It's fairly easy to spot pain points and un-addressed needs that customers have. But I've seen product teams spend huge amounts effort on addressing "pain points" that don't matter that much to customers or don't fit a business's unique situation at that time.
For this reason it's critically important for product teams to develop a view of the relative importance of addressing opportunities that they've identified.
In this article I'll outline a framework for prioritising opportunities level that I call the METRICS model. Using this handy mnemonic, I'll explain to you use (a) customer factors and (b) strategy factors to prioritise opportunities - and (c) how to engage your team to reach a prioritisation decision.
Generative research, customer support issues, sales/marketing team feedback and analytics are all great sources you can use to identify opportunities to help your customers. Here I'll outline 5 sets of questions your team can ask itself to prioritise them. They fall under the following categories:
For products to be commercially successful they need to do more than just solve a problem - they need to solve a problem customers are willing to pay to solve at a level that's commercially viable for your organisation. Therefore, probing into willingness to pay can give you clues into the value of working on certain opportunities.
In a B2B context, get clear on the difference between the impact on an individual's finances (e.g. any bonus / commission) vs. the company's finances as these aren't always aligned.
A good sign you've spotted a customer need that is valuable to work on is finding customers who have put effort and energy into building their own solution due to (a) the need being pressing and (b) a solution not being available.
People often use the fast, intuitive part of their brain when asked about their use of products - rather than the rational, quantitative part of their brain. When opportunities around time-saving arise, try to dig past phrases like "ages" and "slow" to turn them into estimates of minutes/hours/days spent (preferably backed up by metrics).
To maximise your impact, it's important to check not just how strong a need is in a particular situation - but how often that situation occurs, and how many customers it applies to. Establishing actual recurrence helps you avoid succumbing to 'fre-cency bias' - where feedback heard frequently and recently disproportionately impacts decision-making.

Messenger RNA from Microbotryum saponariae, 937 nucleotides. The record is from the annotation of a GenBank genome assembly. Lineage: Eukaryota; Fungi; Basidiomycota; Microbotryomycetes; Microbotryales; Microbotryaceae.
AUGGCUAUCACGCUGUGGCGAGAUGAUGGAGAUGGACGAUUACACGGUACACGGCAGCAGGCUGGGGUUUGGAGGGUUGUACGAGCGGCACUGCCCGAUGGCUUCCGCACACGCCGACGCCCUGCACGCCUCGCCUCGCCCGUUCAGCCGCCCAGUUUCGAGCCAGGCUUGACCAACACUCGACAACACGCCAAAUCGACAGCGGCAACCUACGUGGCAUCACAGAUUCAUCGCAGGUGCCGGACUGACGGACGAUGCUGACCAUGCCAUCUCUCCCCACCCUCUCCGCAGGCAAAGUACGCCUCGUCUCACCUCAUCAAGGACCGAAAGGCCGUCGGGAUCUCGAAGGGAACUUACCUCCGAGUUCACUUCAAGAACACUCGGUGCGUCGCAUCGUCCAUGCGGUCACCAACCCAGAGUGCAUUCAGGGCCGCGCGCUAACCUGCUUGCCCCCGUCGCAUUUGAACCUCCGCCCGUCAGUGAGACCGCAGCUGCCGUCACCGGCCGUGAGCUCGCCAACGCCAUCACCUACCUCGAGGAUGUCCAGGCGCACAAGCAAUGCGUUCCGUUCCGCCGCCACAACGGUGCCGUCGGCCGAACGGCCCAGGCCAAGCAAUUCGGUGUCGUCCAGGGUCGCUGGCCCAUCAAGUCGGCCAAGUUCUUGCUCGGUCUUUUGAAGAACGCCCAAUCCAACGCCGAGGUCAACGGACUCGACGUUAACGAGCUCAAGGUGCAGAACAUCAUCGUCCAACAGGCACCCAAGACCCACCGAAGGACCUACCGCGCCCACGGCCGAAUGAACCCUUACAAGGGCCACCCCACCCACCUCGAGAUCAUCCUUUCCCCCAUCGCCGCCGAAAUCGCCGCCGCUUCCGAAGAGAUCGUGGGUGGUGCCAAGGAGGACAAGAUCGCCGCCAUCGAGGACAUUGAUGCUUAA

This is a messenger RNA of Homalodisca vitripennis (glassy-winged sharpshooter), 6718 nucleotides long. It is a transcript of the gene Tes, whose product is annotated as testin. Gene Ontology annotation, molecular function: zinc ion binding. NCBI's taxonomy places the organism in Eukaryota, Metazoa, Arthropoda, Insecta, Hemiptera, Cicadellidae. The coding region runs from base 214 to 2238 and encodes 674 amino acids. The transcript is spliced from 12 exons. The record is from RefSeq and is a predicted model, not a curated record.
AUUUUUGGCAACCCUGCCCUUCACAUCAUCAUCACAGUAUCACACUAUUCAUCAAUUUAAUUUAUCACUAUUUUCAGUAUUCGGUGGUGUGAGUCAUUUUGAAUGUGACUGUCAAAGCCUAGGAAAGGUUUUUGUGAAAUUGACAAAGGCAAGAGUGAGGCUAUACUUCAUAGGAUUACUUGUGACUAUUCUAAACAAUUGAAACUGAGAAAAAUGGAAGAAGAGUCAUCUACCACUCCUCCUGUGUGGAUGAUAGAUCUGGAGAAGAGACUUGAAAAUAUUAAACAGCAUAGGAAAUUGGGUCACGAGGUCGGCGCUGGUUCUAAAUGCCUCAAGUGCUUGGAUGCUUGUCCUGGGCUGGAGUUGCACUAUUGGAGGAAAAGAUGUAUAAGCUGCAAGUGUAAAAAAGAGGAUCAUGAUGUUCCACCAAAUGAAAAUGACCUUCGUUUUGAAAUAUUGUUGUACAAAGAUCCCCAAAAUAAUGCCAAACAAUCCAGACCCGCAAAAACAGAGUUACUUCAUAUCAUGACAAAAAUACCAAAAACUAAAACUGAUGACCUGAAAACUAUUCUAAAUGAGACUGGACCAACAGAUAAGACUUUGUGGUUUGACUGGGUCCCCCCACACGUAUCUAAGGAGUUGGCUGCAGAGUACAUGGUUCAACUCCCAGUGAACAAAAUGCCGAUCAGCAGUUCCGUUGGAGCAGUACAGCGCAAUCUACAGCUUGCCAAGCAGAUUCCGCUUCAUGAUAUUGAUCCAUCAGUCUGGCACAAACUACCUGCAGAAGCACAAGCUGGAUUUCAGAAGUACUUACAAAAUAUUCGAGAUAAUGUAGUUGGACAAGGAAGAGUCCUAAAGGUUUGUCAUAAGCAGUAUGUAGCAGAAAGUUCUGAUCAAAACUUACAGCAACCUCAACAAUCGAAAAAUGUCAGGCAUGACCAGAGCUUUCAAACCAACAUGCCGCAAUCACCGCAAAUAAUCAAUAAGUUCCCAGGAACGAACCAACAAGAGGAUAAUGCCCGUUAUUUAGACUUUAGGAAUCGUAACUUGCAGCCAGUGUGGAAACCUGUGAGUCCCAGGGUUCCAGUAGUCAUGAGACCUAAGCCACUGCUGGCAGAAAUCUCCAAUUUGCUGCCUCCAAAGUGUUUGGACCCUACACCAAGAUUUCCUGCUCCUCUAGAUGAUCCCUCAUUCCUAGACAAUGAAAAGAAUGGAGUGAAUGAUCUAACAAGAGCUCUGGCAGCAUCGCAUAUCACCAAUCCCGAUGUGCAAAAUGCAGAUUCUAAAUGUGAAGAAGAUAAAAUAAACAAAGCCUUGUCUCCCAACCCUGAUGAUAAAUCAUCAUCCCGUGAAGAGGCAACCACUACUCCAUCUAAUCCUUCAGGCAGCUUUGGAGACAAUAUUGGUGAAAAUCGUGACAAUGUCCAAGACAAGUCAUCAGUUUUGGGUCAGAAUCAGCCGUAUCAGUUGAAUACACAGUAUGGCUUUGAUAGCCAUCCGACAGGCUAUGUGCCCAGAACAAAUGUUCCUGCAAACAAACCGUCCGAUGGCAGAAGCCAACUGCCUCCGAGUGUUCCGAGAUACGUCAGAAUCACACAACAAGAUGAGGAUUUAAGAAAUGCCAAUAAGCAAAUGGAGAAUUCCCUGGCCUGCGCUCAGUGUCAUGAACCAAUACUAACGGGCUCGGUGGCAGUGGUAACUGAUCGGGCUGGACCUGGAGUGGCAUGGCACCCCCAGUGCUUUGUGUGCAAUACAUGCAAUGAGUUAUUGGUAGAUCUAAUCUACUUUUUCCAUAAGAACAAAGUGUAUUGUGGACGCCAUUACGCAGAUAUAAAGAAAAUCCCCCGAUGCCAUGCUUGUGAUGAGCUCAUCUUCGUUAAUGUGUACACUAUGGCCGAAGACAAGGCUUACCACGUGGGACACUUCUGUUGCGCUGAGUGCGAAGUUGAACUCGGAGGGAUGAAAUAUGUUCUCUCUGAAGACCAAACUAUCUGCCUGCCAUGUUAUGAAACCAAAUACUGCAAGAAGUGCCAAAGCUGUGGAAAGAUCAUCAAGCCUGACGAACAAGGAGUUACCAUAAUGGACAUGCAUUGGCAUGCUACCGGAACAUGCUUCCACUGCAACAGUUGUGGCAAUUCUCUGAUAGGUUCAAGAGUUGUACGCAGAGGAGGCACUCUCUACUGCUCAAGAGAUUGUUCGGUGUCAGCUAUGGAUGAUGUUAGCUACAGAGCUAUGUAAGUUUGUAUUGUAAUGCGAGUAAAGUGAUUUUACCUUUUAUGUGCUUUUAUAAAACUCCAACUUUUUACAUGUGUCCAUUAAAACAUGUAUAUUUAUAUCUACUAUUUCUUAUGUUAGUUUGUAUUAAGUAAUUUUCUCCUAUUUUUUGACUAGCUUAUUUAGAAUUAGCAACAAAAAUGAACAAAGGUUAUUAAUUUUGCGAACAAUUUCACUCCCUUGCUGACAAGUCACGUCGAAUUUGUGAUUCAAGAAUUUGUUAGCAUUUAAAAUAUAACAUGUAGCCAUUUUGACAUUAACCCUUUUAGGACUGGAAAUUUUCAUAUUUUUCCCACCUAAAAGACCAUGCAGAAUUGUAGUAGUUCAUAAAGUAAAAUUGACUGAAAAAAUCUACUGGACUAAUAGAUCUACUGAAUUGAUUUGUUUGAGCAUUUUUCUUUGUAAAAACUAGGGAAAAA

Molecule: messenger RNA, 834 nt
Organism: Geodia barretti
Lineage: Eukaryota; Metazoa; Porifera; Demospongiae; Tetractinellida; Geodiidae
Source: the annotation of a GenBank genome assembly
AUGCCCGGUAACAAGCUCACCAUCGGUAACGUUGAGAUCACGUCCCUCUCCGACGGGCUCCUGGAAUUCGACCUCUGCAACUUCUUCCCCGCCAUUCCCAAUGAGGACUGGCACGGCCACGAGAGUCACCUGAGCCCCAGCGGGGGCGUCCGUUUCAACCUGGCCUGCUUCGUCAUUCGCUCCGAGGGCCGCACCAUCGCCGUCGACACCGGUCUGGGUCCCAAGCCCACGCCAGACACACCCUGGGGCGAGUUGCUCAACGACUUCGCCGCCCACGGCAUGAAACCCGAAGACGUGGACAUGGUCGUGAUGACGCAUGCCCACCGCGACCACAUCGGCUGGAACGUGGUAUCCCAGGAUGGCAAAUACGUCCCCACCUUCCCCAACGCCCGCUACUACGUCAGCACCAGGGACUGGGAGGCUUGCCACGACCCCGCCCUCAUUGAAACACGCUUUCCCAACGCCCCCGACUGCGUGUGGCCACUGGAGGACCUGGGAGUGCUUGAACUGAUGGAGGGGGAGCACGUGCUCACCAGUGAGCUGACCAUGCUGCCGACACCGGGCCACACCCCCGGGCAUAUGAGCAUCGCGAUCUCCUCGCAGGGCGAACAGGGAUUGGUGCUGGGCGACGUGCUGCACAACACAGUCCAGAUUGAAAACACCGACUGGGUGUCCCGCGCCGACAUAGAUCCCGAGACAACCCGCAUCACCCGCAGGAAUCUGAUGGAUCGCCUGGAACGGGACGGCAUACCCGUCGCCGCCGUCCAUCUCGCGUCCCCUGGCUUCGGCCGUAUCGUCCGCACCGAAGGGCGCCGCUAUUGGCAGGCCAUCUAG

In customer research it's common to ask leading questions and focus questioning on an area of particular importance to the researcher. This approach can lead teams to succumb to the 'Focusing Illusion', described by Shreyas Doshi as follows:
Nothing in business is as important as it actually is, while you are talking about it.
Left unchecked, researchers can fail to assess how important an opportunity is to a customer - mistakenly focusing only on areas elicited by their research.
Even if you've found an important opportunity from a customer perspective, this doesn't necessarily mean it's the strategically right opportunity to work on. Companies' unique situation and product strategies have a big impact on the opportunities they select to work. Here I'll outline 2 areas you should consider:
No product exists in a vacuum. Every product is competing against an alternative, whether that's a linear competitor like another tech company; a 'legacy' solution... or even inaction. That's why it's important to consider how exploiting an opportunity helps create value versus the alternatives.
Strong product organisations will have an articulation of their product vision and product strategy that articulates the context in which they expect product teams to operate. It's worth ensuring you assess opportunities for fit with this context and can clearly and concisely articulate this. Doing so will help ensure your team's work is viable (as it fits with the business) and has the added benefit of helping to build trust with execs and stakeholders.
To put the model to work, first gather the relevant data that you have for each opportunity. If you don't have a clear data point, make a rough estimate using a 'back of the envelope' calculation. The data you have doesn't need to be perfect as you're looking here for the relative importance of the opportunities. This is best done as individual work, but it doesn't have to be the same person.
Assign someone in your team to review any product strategy and vision documents and write a short summary about why the opportunity aligns (or not)
e.g. "Helps differentiate vs. #1 competitor"
Once you have your data points and estimates, run a session with your product team or discovery trio to ensure everyone has shared understanding of the data points.
Once the data has been shared within the team, it's time to make a prioritisation decision. The data gathered should help make this
I hope you've found the above interesting, thought provoking and useful. If you do decide to give it a try, please do contact me and let me know how it went!
And remember to consider:
If you'd like to read more on this topic I'd really recommend my guide on how to use opportunity solution trees, Teresa Torres' blog and Alan Klement's book When Coffee and Kale Compete - both of which inspired this framework.